Historically significant WA watering hole ready for new custodian

The historically significant pub has been extensively renovated. Image: realcommercial.com.au/for-sale
The historically significant pub has been extensively renovated. Image: realcommercial.com.au/for-sale

Publicans Mike and Elizabeth Roszak have “put up their Duke’s”, listing their old Federation pub in the regional WA town of Northam for sale.

The heritage-listed Duke’s Inn in Western Australia’s Avon Valley, about 100kms east-northeast of Perth, has undergone a renaissance in recent years with a significant renovation to the pub as well as the former stables, which have been transformed into beautiful accommodation quarters.

Constructed in Federation filigree-style architecture in 1906 to take advantage of the expanded eastern railway line around west Northam, the pub opened the following year as McCarthy’s Hotel – the eighth and last hotel built in the town in the 1900s.

Heritage Council of WA documents say the outbuildings, including the former stables and latrines, have cultural heritage significance as one of the few remaining stable facilities linked to hotel accommodation in WA.

“The stables behind the hotel were important as the hotel had its own horse cab, which would meet the passenger trains at the old Northam station in the 1920s,” heritage documents state.

“The stables have the potential to reveal archaeological evidence pertinent to the use of the place; and, the stables are a rare, largely intact and particularly fine example of their type associated with a hotel, and indicative of a way of life no longer practiced.”

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Old meets new at this trendy watering hole. Picture: realcommercial.com.au/for-sale

Selling agent Radar Luttrell, who is asking $2.79 million, said recent investment in the Duke’s Inn over the past few years had taken the country watering hole to the next level.

“The sale is walk-in, walk-out, freehold. There’s nothing more to do,” Mr Luttrell said.

“It’s an old Federation pub itself and all the rooms have been built over the last five years. It has a great trade and it’s very popular in Northam.

“The accommodation out the back is called ‘The Stables’ and dates back to the horse and coach days, that’s where the horses stayed the night. Northam was basically the first stop on the old coach run back in the day.”

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The pub maintains its Federation charm. Picture: realcommercial.com.au/for-sale

He said while the hotel had been successful, the Roszaks have decided to call it a day.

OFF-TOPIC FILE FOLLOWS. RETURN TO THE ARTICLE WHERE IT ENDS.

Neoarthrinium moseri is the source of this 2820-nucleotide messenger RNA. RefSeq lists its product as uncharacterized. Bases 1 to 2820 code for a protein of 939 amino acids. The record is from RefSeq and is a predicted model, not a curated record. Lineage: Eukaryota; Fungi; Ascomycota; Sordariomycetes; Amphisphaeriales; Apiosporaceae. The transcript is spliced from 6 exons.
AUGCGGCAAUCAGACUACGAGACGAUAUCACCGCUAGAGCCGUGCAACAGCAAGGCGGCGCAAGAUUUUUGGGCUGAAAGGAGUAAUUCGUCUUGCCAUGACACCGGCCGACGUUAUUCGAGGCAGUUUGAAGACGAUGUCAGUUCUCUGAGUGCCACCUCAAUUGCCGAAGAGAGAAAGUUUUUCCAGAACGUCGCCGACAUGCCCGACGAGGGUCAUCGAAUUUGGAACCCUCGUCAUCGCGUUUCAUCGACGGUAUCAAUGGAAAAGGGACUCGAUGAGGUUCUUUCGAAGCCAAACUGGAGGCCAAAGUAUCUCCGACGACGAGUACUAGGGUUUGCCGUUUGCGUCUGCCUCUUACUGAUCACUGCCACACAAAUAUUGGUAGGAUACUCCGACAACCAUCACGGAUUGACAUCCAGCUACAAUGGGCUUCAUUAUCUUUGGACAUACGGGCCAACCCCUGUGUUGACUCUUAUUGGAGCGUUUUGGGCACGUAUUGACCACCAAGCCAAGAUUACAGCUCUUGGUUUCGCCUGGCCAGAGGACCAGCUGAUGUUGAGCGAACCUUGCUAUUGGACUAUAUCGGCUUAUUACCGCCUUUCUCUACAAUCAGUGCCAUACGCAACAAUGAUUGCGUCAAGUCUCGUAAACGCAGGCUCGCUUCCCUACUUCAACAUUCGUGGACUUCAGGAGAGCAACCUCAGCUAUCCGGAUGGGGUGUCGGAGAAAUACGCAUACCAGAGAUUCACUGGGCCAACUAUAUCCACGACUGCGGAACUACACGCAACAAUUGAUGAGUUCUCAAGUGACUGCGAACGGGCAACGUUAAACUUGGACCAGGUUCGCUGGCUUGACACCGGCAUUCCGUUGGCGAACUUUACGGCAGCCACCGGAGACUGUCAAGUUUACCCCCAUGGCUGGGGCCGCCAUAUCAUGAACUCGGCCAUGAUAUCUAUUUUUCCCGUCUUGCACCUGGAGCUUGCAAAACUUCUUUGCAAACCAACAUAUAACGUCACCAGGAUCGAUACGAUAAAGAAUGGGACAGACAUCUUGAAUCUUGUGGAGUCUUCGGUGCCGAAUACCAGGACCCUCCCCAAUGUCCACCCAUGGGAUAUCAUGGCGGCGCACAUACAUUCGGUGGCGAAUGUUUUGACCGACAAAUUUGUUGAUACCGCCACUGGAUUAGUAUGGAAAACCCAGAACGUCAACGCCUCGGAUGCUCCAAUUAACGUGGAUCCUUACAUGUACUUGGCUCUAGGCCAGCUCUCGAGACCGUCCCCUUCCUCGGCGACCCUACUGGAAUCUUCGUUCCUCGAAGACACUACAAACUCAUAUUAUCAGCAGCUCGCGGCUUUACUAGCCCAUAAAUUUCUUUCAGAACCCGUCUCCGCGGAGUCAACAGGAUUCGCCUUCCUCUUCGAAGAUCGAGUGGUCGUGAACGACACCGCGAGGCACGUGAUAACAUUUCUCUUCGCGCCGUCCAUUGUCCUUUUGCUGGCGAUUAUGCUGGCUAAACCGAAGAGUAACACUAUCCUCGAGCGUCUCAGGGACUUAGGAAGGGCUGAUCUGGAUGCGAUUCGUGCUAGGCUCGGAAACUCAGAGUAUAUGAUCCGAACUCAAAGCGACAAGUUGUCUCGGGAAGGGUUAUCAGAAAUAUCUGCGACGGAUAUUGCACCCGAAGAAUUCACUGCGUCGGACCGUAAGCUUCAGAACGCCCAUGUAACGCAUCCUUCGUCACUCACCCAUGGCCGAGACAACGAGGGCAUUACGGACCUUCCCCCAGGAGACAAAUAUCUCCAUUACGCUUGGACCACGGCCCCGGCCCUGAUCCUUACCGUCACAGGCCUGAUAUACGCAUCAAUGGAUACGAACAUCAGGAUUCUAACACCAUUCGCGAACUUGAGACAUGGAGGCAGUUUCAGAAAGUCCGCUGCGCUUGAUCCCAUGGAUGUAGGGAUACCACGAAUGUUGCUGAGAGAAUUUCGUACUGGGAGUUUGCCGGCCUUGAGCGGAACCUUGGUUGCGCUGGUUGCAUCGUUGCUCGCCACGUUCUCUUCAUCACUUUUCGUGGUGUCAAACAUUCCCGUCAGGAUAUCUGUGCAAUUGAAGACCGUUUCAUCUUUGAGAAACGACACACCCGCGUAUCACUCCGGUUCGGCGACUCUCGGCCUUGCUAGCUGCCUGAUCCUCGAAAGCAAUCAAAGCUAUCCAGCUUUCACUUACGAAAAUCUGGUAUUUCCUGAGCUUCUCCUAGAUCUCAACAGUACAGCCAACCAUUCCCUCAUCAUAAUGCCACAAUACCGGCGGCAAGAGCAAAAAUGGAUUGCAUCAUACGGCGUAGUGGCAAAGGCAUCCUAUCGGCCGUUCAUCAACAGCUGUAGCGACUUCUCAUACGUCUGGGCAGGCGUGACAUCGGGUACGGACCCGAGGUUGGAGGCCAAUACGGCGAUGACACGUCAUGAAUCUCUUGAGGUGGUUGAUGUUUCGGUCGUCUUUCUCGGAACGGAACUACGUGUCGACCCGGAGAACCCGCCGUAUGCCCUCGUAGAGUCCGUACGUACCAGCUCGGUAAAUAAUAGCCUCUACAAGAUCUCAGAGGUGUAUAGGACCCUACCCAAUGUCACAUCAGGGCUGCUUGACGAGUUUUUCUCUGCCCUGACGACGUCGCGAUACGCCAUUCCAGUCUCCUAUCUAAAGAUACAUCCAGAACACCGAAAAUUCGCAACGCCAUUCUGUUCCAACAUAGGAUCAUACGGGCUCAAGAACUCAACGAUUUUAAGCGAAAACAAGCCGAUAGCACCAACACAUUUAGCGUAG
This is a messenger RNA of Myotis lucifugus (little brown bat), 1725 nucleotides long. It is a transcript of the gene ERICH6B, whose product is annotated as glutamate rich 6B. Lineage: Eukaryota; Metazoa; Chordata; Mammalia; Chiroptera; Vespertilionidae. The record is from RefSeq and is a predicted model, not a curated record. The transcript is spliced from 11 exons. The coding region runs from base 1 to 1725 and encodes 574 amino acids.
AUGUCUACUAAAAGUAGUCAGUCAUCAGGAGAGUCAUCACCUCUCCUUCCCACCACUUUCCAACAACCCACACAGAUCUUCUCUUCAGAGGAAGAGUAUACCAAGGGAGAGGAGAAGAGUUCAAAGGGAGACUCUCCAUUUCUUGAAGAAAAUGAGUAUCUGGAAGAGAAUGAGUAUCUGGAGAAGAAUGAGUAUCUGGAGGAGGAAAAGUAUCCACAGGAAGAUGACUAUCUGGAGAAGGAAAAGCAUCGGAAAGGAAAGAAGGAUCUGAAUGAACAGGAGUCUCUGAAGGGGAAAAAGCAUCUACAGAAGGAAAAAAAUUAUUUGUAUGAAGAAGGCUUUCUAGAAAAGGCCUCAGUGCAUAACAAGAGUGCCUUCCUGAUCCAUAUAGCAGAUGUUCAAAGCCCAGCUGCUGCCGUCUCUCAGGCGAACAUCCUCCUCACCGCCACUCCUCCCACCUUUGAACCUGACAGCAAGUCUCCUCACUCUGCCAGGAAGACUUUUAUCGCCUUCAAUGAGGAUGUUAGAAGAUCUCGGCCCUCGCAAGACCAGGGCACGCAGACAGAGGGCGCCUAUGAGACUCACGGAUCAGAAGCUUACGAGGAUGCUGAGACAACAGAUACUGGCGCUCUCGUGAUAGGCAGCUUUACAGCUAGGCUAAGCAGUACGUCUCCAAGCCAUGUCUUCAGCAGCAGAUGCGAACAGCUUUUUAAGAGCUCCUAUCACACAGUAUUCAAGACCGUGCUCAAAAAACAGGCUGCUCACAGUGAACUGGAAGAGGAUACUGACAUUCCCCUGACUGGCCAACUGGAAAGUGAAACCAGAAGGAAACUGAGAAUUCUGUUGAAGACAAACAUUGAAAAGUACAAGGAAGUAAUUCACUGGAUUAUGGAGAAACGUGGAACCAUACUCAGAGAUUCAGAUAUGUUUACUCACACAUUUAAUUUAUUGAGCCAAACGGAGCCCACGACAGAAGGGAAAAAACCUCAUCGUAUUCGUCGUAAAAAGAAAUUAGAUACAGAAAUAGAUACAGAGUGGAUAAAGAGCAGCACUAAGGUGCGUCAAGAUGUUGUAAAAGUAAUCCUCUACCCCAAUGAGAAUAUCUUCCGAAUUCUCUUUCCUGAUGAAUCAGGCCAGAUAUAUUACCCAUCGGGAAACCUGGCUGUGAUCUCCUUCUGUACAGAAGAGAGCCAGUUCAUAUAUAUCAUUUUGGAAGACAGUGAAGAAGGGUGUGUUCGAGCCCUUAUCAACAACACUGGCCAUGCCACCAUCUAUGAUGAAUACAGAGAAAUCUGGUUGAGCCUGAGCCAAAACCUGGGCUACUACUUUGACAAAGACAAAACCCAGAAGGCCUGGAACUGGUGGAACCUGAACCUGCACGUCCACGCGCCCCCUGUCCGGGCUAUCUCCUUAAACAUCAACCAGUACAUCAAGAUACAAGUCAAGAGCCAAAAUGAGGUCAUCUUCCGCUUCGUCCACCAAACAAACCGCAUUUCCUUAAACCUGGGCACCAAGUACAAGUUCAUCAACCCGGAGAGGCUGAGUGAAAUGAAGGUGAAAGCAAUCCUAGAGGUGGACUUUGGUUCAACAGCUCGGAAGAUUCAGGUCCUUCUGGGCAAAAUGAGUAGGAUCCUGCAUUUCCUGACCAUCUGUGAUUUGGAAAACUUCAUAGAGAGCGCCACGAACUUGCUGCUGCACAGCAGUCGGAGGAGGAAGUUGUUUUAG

“This was a passive investment and the owners ended up operating it, but they are looking to put it in the hands of another successful operator.”

Australian Hotels Association WA chief executive Bradley Woods said regional pubs and hotels had endured pandemic-related challenges and their long-term viability relied on interstate travel actively resuming as soon as possible.

“The pandemic has affected regional pubs and hotels in a range of ways over the past year, and most hospitality business owners will confirm there have been both challenges and silver linings,” Mr Woods said.

“With international borders shut and interstate travel banned for most of 2020, many regional venues have experienced a boom in intrastate visitation, helping counter the loss in revenue from traditional markets.

“The most common challenge that hotels, bars, pubs and restaurants are now encountering across regional WA and the greater Perth area is the lack of available workers – this problem is restricting hours of service and placing pressure on existing staff.”

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Aussie pubs are facing a tough time post-pandemic. Picture: realcommercial.com.au/for-sale

REA Group economist Anne Flaherty said the number of deferred and abandoned hotel and tourism projects had surged last year and remained high in 2021.

“A lot of developers have changed their minds about the viability of developments so we’re seeing a lot of developers pull out of the hotel sector,” Ms Flaherty said.

“I think it’s because of the fact that the international border, not only is it still closed, but when it reopens possibly mid-next year, the number of international visitors to Australia is still going to be below that historical average.

“Even though we do see an increase in domestic tourism, it still means they’re going to have less tourists than they have in the past.

“Saying that, a regional pub in Western Australia will probably appeal to a different market. Domestic tourists are more likely to go to regional areas than international tourists and if we do have more domestic tourism happening then maybe that area could benefit.”